Naim Audio has introduced two new high-end pieces of audio gear, The Statement NAC S1 Preamplifier and the NAP S1 Mono Power Amplifier. Each item is engineered to the highest specifications and uses the latest technology in an attempt to cater to the discerning audiophile.
Naim Audio, the UK's largest and most successful specialist hi-fi manufacturer, will preview its new reference pre and power amplifiers at an invitation only event at CES Las Vegas from today.
The Statement NAC S1 preamplifier and NAP S1 mono power amplifiers are designed to supply the performance and dynamics that Naim's customers have come to expect, but on an even greater scale and with the most demanding high-end loudspeakers. The NAP S1 mono power amplifiers are each rated at a massive 746 watts (one horse power) into 8 ohms, 1450 watts into 4 ohms and over 9000 watts burst power into 1 ohm.
Steve Sells, Naim's Electronic Design Director, first conceived of the idea for the ultimate amplifier over a decade ago and development began in earnest in 2011. Over the last three years the whole amplifier topology, methodology and philosophy has been defined, considered and refined by an experienced team of electronic, mechanical and industrial engineers from across Naim.
Statement will commence shipping in July 2014. Prices are not yet confirmed but are expected to start at approximately $200,000.
Performance First Engineering
After the initial concept stage Naim's engineering team put practical considerations aside for a moment, to envision the design in free space with complete creative freedom. This allowed them to identify the optimum position for each element of the design. First and foremost this maximises performance from the vital electronic design, which can make or break an amplifier. It also allowed them to identify the best materials and components, which all add their own unique character depending on how they react to electromagnetic radiation, heat, mechanical stress and voltage.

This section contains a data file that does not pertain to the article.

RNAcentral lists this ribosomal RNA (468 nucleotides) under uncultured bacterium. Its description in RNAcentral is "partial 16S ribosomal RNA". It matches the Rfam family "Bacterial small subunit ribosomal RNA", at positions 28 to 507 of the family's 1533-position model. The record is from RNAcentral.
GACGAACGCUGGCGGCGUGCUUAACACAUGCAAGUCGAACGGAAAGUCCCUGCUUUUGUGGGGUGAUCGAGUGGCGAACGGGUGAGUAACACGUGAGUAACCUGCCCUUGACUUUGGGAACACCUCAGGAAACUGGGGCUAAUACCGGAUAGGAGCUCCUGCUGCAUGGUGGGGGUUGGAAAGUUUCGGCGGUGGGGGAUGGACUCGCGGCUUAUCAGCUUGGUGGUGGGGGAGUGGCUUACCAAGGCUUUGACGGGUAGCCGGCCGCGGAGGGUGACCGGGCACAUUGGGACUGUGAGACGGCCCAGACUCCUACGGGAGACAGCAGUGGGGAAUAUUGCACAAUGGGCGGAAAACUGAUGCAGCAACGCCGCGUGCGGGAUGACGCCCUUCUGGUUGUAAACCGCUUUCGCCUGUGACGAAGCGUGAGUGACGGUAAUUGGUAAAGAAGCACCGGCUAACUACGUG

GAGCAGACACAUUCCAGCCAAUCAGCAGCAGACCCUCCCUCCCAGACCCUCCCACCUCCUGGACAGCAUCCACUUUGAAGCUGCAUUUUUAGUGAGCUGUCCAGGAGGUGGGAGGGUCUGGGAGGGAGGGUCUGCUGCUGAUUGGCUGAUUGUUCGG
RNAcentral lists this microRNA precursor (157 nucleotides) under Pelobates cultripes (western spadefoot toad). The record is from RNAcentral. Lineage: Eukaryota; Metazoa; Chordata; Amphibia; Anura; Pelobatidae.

Statement's radical new vertical form grew out of this experimentation. The heavy power supplies are at the base of each product, suspended on an A-frame and coupled to the floor through floor spikes to protect sensitive electronics housed above from interference. The two sections are separated by a beautiful acrylic divide, which also breaks the path of eddy currents and minimises electromagnetic radiation.
Every aspect of the design was imagined, modelled and auditioned to extract the ultimate in performance, not only in technical excellence as measured on a test bench but where it really counts: playing music. The best amplifier in the world isn't so, if it isn't a joy to listen to.
NAC S1 Technology
New electronic design
The NAC S1 features a completely new electronic design, optimised from the ground up for sound quality. At the input stages in the lower enclosure all switching is mounted on a brass frame, which is suspended using a leaf-spring system to decouple it from mechanical vibration. It is also covered by an inert metallic cage to dissipate electromagnetic radiation. The signal is converted to balanced within the lower half before being sent through the acrylic divide to the main analogue boards which are isolated in their own spring-loaded suspension system (see below) in the top section. All inputs are also individually isolated from each other so there is no detriment to performance when multiple sources are connected.
Dual Volume Control
There are numerous ways to design an audiophile volume control, each with their own advantages and setbacks. The stepped attenuator can sound great but it does, however, come with one disadvantage in that the sound tends to be uneven during volume change. The new Naim DVC includes a chip volume control that is used while changing volume to allow a smooth progression of change. The millisecond the volume is fixed the electronic volume control switches completely out of circuit back to the now set stepped attenuator.
DVC also uses a fixed set of single resistors for each of its 100 volume possibilities so that combinations of resistors - creating multiple signal paths and multiple path lengths 'blurring the signal' - aren't used.
Vertical Suspension Isolation